No, Russia Didn’t Create an Explosive-Proof ‘Terminator’ Suit
You may have seen the recent video of a Russian woman wearing a white suit as she marches across a training range with explosions going off around her. The video was widely covered on April 25, and many news outlets speculated on the new and mysterious “Terminator” suit that makes a person immune to explosions.
In reality, all these outlets were cleverly duped by yet another Russian disinformation campaign. The video was released by Russia’s deputy prime minister, and shows a new protective suit allegedly being developed for Russian Armed Forces by the Central Research Institute of Precision Machine Building.
So what’s the problem? Veteran-run military news website Funker530 notes that in addition to being explosive-proof, the suit may also be magic—since it seems capable of making the environment around her explosive-proof as well.
Either that, it states, “or, this is just a video of a woman in a flame retardant suit walking through a field of pyrotechnics.”
If you watch the video, you’ll notice the explosions don’t seem to damage the surrounding environment—at least not in the way that real, military-grade explosives would. You’ll see a few pieces of shrapnel from the pyrotechnics, and some soot left behind, but the rest of the scenery looks generally untouched.
Propulsion also plays an important role with military-grade explosives. Even if the woman were wearing a bomb-proof suit, any real explosions would still throw her in the air—which they don’t in the video.
Russia has been extremely successful lately in its creation of well-tailored disinformation campaigns. The idea behind disinformation is to create news stories with some sliver of truth but with false conclusions, and with the goal of getting the stories covered in foreign media.
The propaganda trick was used heavily by the Soviets, but the history of disinformation actually dates back into Tsarist Russia.
Disinformation typically has a political or ideological goal, and is tailored to alter public perceptions in the host country’s favor. One of its most common uses by Russian agencies is to create false stories to undermine the image of the United States, but Russia has also been using it to pump up its own image.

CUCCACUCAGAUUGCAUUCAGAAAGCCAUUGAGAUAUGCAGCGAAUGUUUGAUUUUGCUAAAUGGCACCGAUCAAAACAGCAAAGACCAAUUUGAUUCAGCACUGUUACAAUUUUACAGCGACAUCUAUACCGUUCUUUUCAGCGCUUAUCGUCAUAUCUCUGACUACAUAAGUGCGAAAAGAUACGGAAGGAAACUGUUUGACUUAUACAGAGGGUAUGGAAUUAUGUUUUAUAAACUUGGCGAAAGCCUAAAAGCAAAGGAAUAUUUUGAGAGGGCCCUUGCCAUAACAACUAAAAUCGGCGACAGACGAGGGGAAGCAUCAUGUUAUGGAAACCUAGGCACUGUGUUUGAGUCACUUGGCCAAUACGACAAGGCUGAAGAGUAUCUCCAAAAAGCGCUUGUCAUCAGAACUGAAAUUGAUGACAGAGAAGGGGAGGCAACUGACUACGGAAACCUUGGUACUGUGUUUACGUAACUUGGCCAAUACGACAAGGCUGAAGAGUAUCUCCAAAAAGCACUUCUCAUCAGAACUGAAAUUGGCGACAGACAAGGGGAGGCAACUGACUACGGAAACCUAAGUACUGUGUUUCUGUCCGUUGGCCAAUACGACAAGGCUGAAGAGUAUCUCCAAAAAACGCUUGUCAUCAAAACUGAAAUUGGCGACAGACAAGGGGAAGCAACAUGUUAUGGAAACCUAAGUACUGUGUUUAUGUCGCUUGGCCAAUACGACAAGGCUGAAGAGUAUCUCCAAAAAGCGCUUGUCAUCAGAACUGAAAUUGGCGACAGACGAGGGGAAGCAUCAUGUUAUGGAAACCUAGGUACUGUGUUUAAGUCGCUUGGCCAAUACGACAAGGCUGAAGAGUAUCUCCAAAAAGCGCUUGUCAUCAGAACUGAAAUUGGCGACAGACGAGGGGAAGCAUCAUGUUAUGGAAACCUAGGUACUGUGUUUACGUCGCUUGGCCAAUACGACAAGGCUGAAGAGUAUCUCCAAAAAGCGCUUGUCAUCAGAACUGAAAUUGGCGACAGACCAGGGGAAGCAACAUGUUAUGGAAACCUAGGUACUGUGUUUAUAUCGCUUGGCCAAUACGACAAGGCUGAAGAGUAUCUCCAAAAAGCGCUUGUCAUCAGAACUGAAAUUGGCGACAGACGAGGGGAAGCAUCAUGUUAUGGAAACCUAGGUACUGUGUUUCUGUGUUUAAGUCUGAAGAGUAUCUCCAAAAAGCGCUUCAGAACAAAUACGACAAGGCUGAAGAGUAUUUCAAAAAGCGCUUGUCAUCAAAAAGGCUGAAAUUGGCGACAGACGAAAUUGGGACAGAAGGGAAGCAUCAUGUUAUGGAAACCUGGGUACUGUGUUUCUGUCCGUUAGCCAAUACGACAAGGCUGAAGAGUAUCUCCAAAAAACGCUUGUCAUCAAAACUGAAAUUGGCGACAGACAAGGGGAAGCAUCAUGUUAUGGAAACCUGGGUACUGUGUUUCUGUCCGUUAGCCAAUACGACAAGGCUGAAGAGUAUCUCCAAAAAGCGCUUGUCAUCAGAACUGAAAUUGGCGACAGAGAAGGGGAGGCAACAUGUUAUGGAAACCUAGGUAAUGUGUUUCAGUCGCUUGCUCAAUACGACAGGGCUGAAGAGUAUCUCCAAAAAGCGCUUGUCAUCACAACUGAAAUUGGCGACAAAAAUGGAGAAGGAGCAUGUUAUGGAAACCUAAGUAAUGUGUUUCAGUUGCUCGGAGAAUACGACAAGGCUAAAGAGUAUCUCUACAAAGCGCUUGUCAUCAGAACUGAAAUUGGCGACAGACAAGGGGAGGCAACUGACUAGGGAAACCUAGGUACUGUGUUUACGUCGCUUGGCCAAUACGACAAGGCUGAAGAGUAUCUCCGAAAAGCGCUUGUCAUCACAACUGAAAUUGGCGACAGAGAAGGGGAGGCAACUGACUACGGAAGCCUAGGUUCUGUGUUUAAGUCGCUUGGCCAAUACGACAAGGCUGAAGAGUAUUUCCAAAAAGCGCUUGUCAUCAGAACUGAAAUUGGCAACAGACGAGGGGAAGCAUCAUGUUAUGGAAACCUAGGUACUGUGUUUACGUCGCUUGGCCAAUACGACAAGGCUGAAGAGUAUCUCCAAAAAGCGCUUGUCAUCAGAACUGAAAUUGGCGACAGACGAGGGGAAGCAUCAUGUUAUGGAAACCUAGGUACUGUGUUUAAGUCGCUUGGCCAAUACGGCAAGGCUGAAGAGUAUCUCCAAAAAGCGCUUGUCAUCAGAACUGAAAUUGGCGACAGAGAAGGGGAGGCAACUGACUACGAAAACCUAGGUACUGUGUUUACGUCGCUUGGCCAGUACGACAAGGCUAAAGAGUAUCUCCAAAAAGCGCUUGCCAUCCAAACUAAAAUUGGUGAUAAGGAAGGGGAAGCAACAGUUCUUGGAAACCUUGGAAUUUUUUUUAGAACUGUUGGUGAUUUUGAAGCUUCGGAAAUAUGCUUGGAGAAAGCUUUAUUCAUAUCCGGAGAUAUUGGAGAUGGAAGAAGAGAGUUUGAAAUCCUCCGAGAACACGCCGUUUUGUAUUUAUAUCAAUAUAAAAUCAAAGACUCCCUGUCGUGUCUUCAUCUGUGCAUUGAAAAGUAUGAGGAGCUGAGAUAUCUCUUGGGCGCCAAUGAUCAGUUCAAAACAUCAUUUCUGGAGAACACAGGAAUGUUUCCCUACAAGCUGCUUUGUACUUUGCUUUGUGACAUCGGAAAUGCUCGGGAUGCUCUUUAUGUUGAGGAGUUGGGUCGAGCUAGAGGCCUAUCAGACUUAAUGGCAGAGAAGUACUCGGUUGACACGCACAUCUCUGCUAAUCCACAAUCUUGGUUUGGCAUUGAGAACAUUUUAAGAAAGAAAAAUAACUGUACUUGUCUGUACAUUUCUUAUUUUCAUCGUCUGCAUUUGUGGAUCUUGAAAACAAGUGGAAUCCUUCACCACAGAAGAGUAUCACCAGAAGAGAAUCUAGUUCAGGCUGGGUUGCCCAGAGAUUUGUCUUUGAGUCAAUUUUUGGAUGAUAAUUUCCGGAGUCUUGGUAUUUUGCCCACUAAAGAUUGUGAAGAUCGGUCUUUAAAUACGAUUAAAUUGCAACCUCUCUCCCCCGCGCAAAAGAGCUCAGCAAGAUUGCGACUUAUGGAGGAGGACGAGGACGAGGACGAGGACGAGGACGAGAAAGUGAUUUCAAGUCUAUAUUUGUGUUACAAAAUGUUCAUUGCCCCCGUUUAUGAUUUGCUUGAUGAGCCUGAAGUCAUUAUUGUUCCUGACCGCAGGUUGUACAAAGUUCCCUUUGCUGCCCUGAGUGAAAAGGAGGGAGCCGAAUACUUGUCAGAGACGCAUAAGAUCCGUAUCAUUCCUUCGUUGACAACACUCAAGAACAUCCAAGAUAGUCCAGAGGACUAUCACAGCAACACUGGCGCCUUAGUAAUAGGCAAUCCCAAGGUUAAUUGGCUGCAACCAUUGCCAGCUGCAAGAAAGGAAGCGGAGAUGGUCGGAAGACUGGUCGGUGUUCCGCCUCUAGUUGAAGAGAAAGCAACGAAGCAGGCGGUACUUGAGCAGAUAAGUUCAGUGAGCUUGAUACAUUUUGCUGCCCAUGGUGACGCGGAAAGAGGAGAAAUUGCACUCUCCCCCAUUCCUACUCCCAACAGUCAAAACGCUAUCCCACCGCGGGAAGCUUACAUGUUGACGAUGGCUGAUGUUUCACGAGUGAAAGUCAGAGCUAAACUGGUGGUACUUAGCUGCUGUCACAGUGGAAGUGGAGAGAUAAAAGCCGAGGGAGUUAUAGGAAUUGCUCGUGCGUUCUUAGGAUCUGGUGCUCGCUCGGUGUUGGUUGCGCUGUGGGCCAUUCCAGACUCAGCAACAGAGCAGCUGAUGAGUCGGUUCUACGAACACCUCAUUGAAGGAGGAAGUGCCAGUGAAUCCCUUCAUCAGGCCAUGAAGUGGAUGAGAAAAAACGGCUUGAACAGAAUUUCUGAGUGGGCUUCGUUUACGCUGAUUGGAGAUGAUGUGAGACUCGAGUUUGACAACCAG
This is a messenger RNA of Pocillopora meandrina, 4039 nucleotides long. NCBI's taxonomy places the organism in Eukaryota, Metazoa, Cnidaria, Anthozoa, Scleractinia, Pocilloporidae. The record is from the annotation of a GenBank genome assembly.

In Russia today, many of its disinformation campaigns are created by its Internet Research Agency, better known as the “troll farm.”
New York Times Magazine published a good exposé on the troll farm on June 2, 2015, although the story missed the historical context of Russian disinformation. It discovered the agency was behind several fake stories, including one about a Louisiana chemical company leaking toxic fumes, and another about an Ebola outbreak in Atlanta.
More recently, a fake video showing people dressed as American troops and shooting a Quran was traced to the Russian agency. The damage from the fake video had already been done, however, since it was circulated among Russia’s muslim population.
The latest video seems to go along a similar route. Russia is facing heavy international pressure, and positive news coverage goes a long way to improve its international image.
Veteran-run news site, SOFREP, had debunked another otherwise successful Russian disinformation campaign on March 28. The Russian military claimed one of its special operations soldiers called an airstrike on himself, since he was surrounded by ISIS fighters. The story was again widely covered in global news outlets, but SOFREP noted many of the gaps in the story, and stated, “in truth, this is clearly nothing more than yet another dual-purpose Russian information operation.”